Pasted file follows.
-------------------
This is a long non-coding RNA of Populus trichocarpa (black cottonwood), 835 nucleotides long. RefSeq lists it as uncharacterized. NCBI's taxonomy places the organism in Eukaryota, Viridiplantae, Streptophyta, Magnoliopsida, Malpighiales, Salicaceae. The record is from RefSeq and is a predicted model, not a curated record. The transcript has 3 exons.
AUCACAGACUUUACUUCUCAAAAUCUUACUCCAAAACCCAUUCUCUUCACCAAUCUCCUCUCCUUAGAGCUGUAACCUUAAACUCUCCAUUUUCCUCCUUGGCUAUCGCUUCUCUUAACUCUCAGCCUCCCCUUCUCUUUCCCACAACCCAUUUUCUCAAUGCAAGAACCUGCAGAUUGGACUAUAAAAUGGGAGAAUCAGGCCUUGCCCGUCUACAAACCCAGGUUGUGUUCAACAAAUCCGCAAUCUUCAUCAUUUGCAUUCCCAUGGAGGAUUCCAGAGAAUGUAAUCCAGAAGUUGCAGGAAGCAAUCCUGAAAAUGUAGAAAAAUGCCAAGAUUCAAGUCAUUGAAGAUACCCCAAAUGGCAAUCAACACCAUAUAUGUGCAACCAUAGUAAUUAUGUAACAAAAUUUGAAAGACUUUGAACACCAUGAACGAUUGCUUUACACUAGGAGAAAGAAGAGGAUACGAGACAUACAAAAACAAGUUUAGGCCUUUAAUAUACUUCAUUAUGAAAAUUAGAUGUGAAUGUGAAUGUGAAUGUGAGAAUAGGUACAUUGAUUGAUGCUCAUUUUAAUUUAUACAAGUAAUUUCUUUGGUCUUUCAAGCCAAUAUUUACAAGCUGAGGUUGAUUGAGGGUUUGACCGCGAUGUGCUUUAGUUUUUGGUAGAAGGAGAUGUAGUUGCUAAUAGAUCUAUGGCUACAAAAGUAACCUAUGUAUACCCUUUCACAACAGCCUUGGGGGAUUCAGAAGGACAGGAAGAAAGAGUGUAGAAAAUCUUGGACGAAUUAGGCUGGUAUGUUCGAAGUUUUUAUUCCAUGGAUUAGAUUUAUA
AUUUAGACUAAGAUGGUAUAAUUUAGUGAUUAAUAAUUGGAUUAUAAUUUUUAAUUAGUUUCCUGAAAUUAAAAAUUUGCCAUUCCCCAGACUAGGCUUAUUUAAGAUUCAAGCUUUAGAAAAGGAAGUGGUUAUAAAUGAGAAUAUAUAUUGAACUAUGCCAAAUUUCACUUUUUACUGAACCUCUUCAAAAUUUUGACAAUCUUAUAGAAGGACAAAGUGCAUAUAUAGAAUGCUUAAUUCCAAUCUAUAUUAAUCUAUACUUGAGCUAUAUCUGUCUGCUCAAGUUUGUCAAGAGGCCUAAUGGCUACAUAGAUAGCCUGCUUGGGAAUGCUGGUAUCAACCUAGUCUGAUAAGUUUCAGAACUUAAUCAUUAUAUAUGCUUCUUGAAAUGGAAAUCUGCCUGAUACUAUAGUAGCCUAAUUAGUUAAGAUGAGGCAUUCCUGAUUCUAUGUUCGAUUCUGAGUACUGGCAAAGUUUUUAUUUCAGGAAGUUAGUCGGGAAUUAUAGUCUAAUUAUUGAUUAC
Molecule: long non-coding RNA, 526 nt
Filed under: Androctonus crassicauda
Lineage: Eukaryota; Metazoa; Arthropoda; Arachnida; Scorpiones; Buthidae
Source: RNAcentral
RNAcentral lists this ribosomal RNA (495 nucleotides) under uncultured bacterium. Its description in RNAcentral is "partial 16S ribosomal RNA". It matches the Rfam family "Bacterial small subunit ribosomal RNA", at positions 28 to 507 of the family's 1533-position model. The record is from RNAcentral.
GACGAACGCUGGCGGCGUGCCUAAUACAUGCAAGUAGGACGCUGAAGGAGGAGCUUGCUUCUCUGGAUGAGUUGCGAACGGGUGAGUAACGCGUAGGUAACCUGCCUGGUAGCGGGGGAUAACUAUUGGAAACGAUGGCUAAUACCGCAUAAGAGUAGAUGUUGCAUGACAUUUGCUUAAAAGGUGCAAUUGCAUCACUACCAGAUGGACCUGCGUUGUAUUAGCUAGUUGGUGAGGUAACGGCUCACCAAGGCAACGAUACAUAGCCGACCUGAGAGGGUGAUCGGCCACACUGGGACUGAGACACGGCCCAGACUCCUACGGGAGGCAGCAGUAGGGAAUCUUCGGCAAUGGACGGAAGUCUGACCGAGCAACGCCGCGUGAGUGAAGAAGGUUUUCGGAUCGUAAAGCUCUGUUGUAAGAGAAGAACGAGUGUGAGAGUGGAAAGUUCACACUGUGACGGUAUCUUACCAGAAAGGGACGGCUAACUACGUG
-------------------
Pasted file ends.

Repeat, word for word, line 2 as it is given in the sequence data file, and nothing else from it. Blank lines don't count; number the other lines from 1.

AUCACAGACUUUACUUCUCAAAAUCUUACUCCAAAACCCAUUCUCUUCACCAAUCUCCUCUCCUUAGAGCUGUAACCUUAAACUCUCCAUUUUCCUCCUUGGCUAUCGCUUCUCUUAACUCUCAGCCUCCCCUUCUCUUUCCCACAACCCAUUUUCUCAAUGCAAGAACCUGCAGAUUGGACUAUAAAAUGGGAGAAUCAGGCCUUGCCCGUCUACAAACCCAGGUUGUGUUCAACAAAUCCGCAAUCUUCAUCAUUUGCAUUCCCAUGGAGGAUUCCAGAGAAUGUAAUCCAGAAGUUGCAGGAAGCAAUCCUGAAAAUGUAGAAAAAUGCCAAGAUUCAAGUCAUUGAAGAUACCCCAAAUGGCAAUCAACACCAUAUAUGUGCAACCAUAGUAAUUAUGUAACAAAAUUUGAAAGACUUUGAACACCAUGAACGAUUGCUUUACACUAGGAGAAAGAAGAGGAUACGAGACAUACAAAAACAAGUUUAGGCCUUUAAUAUACUUCAUUAUGAAAAUUAGAUGUGAAUGUGAAUGUGAAUGUGAGAAUAGGUACAUUGAUUGAUGCUCAUUUUAAUUUAUACAAGUAAUUUCUUUGGUCUUUCAAGCCAAUAUUUACAAGCUGAGGUUGAUUGAGGGUUUGACCGCGAUGUGCUUUAGUUUUUGGUAGAAGGAGAUGUAGUUGCUAAUAGAUCUAUGGCUACAAAAGUAACCUAUGUAUACCCUUUCACAACAGCCUUGGGGGAUUCAGAAGGACAGGAAGAAAGAGUGUAGAAAAUCUUGGACGAAUUAGGCUGGUAUGUUCGAAGUUUUUAUUCCAUGGAUUAGAUUUAUA